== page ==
Nielsen cuts neuromarketing research amid pandemic

Dive Brief:

  • Nielsen Holdings closed most of its neuroscience laboratories that study the effects of media and advertising on the human brain as the coronavirus pandemic disrupts operations. The research company’s Nielsen Consumer Neuroscience division — which had been the world’s biggest provider of neuromarketing services — also cut its work force 80%, Forbes magazine reported in an article confirmed by Marketing Dive.
  • Nielsen closed all 17 neuroscience laboratories outside the U.S. and cut the same number of neuroscientists, leaving three labs and three scientists at its domestic sites. The company kept a signal processing center in India open, but mothballed equipment at its other research centers, Forbes reported.
  • Nielsen faced difficulties in safely recruiting subjects for tests that include hooking them up to electrode caps to study brain activity, as social distancing measures limited physical contact. Its neuromarketing research includes electroencephalogram (EEG), biometrics, facial coding and eye tracking studies, per its website.

Dive Insight:

Nielsen’s closure of most of its neuromarketing operations marks another casualty of the pandemic, which has had a profoundly negatively effect on the travel, restaurant, hospitality and cruise industries — including marketing activity — that urge social interaction. It’s not clear yet whether the Nielsen news is a harbinger of more cutbacks in the neuromarketing space.

Neuromarketing has been hailed as an important analytic tool to gain greater objective insights into how people physically react to advertising. Neuromarketing is one way marketers can gain a more thorough understanding of how ads are received by consumers, who don’t always answer accurately when they are asked what they think about an ad. Nielsen’s neuroscience labs have in the past tested Super Bowl ads months after the game to compare viewers emotional reactions to ad by gauging their facial responses.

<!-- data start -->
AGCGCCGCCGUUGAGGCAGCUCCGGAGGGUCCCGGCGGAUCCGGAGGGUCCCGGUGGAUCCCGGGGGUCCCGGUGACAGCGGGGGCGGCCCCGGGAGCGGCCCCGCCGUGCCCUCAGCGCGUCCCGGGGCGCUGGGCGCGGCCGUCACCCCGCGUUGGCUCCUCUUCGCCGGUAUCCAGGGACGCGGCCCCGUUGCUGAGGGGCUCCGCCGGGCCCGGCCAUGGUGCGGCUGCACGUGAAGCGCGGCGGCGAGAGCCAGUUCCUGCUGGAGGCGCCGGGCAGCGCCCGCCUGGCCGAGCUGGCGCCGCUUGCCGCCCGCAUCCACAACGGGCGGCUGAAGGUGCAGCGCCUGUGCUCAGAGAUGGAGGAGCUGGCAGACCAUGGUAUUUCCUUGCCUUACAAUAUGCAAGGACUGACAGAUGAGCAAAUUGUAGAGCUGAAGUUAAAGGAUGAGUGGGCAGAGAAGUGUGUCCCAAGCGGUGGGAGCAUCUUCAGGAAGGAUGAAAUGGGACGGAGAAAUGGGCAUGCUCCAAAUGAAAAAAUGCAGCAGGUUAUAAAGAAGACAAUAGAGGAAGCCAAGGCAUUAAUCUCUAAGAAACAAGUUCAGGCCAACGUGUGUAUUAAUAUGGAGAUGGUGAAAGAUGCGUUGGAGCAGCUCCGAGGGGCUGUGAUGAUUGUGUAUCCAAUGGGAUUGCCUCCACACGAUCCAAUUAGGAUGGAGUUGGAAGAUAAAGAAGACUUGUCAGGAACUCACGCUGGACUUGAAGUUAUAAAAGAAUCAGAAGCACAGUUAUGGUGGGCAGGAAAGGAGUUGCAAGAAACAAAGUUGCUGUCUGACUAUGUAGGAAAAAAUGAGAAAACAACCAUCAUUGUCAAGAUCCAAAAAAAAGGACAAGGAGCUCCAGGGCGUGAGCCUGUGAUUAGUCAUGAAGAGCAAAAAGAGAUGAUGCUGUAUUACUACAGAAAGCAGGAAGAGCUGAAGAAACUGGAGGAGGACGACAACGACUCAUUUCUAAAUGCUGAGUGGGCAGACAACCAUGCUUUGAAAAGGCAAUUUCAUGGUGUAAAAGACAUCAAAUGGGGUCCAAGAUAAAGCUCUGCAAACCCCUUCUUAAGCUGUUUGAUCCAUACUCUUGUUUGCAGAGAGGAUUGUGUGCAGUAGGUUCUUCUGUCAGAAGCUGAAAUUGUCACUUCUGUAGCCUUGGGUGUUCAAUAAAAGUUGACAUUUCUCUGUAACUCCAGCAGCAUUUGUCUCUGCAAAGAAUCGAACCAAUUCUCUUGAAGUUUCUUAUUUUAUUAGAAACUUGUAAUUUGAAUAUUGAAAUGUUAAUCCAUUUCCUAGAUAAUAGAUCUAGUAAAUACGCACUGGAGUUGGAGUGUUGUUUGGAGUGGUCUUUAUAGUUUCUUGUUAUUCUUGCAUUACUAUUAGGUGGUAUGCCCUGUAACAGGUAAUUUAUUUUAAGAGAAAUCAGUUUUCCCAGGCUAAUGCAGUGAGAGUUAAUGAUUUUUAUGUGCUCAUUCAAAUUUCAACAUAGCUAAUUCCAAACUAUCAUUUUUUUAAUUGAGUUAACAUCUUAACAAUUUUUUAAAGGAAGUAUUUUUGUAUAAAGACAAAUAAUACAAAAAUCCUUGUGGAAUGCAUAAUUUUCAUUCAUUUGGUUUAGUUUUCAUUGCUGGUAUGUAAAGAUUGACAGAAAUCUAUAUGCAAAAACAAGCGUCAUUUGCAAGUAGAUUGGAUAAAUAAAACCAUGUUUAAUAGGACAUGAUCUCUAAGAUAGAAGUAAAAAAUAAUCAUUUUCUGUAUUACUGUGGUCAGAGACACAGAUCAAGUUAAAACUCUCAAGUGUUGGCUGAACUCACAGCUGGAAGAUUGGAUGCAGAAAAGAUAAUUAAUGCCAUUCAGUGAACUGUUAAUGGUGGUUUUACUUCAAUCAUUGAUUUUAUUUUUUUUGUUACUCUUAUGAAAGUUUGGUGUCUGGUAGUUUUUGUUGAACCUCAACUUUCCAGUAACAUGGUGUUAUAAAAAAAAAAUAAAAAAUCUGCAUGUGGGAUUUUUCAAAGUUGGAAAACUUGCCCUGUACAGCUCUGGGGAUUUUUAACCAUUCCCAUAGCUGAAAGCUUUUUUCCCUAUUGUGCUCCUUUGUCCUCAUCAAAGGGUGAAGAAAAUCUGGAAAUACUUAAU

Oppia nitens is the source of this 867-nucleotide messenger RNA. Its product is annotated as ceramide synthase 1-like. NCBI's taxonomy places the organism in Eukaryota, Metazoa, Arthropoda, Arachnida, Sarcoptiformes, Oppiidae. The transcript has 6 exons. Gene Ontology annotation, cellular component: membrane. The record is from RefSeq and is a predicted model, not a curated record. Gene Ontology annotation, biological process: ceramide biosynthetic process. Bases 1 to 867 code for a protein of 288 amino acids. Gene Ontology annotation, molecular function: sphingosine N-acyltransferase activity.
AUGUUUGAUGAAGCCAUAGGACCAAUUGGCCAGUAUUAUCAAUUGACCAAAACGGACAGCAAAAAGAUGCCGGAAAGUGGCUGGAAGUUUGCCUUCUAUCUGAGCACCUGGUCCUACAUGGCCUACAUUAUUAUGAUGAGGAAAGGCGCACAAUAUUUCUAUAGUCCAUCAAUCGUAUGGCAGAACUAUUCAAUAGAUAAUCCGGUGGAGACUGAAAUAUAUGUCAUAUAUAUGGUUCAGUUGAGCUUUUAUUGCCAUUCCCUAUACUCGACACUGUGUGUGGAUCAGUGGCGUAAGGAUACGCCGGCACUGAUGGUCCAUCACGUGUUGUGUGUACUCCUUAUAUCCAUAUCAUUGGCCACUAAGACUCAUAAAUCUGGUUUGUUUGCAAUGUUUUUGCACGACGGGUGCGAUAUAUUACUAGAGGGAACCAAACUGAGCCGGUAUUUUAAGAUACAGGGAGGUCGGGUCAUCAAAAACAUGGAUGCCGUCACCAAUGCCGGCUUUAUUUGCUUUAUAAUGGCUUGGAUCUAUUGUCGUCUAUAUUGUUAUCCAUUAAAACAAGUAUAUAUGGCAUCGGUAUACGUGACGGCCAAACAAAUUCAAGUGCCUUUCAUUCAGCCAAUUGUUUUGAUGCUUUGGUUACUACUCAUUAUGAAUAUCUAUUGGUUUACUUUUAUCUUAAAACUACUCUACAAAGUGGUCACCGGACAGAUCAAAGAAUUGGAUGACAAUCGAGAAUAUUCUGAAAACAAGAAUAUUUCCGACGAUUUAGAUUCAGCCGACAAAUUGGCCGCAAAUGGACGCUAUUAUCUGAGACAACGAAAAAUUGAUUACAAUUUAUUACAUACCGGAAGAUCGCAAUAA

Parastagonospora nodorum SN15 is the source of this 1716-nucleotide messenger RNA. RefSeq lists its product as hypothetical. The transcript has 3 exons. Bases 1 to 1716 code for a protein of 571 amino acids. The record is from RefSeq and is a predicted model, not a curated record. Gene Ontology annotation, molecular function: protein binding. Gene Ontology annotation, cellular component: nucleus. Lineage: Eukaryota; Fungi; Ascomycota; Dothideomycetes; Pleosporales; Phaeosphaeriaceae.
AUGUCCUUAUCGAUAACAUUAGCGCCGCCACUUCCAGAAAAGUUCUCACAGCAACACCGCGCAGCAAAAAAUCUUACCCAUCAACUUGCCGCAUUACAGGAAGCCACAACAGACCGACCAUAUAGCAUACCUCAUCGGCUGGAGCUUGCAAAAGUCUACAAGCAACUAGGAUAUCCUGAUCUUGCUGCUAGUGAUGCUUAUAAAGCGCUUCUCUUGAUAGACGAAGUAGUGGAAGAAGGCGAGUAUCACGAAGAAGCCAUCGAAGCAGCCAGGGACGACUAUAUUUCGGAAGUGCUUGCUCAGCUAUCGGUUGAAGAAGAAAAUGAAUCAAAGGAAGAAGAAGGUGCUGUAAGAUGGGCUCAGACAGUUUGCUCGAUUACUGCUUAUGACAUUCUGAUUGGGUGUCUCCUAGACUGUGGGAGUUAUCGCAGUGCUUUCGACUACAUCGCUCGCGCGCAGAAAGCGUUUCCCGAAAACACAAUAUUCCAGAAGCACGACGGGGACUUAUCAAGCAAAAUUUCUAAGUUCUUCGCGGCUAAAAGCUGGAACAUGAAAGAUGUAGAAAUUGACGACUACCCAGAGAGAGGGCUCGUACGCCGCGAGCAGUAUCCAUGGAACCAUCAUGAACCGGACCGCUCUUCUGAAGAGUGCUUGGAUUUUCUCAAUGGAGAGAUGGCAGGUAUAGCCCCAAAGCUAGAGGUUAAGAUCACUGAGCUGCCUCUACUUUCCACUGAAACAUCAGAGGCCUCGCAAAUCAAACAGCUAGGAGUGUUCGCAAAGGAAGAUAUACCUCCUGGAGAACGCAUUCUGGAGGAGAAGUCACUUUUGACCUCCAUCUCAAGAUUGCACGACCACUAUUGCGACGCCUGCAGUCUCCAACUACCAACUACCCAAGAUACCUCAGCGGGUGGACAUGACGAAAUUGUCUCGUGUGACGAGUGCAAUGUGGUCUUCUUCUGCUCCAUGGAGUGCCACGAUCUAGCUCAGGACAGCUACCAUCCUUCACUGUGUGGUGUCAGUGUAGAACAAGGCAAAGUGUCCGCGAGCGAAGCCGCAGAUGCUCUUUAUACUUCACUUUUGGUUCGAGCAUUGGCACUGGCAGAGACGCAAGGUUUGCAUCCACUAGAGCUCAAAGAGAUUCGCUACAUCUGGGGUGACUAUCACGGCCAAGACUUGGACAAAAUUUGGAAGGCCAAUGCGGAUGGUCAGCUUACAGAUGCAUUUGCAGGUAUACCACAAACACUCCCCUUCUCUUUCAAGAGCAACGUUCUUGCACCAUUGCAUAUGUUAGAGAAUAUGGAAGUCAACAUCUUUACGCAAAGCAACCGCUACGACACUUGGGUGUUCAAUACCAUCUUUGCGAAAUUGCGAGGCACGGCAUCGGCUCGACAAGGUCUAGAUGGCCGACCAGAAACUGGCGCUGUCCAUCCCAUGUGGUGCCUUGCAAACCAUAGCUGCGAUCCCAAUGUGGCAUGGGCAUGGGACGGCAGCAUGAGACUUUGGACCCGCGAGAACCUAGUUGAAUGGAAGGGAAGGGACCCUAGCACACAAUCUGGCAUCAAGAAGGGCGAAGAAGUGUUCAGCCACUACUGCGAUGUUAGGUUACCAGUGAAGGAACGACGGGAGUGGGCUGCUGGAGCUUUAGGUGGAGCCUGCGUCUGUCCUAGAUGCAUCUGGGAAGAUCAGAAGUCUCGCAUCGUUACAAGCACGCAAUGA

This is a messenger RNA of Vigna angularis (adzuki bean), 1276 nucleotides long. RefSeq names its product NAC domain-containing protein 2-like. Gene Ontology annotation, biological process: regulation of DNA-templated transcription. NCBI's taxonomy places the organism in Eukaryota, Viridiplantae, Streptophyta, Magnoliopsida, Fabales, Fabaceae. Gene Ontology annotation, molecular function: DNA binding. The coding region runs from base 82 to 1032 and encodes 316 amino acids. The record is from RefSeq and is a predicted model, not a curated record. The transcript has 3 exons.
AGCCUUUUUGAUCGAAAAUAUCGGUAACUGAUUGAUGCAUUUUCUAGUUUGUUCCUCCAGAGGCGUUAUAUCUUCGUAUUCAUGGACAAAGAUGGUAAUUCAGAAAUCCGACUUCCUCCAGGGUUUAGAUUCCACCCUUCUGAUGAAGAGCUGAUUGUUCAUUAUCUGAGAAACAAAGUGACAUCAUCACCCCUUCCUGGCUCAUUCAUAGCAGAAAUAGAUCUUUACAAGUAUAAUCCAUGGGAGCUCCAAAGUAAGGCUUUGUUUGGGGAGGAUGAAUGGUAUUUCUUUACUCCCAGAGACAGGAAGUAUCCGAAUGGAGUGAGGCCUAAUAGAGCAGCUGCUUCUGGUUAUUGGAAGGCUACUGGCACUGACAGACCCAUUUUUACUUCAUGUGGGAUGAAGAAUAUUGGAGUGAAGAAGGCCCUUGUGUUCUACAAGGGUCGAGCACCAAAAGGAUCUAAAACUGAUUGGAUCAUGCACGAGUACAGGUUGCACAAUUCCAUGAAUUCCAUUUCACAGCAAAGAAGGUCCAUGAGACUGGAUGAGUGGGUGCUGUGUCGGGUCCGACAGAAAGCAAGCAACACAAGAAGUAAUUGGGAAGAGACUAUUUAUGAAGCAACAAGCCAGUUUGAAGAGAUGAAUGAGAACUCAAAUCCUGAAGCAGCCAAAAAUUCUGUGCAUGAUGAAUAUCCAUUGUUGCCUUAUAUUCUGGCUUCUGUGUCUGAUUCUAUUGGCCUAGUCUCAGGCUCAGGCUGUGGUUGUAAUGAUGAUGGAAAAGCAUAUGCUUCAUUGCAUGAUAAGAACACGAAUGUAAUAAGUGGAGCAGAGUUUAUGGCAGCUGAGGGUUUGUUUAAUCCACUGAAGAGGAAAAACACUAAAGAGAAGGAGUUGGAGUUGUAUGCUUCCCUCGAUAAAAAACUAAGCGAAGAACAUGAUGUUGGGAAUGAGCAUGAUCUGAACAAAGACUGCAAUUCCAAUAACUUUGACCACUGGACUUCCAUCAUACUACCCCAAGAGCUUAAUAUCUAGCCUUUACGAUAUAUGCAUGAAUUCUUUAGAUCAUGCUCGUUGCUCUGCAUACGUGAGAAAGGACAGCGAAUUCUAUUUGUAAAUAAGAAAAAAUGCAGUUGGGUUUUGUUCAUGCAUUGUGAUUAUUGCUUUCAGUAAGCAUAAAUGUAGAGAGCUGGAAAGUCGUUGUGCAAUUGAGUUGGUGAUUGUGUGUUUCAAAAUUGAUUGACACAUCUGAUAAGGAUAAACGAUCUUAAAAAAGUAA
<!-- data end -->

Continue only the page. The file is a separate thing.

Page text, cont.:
Neuromarketing has shown promise in better predicting consumer behavior when combined with survey data, as Nielsen notes on its website. Nielsen is likely to resume the research efforts when its testing methods become safe, Forbes reported, which is encouraging though the uncertainties associated with the pandemic make shorter-term planning more difficult. Nielsen said in July it would lay off approximately 8% of its employees as part of a restructuring in advance of plans to split the company in two — with one segment focused on media measurement and the other on analytics and attribution. The split is now expected to happen in early 2021 after a postponement from the original November 2020 scheduled completion. In August, the company reported an 8% drop in revenue for Q2.

Nielsen isn’t alone among the companies that have been forced to cut back and make tough decisions on which operations they can afford to maintain until the pandemic subsides. Ad agencies in the U.S. are forecast to shed 52,000 jobs in the next few years as the health crisis accelerates longer-term changes for the marketing industry, Forrester Research predicted this year. The shift toward digital media consumption has accelerated in the past six months, requiring companies to adapt their skill sets to meet the changing demands of the marketplace.

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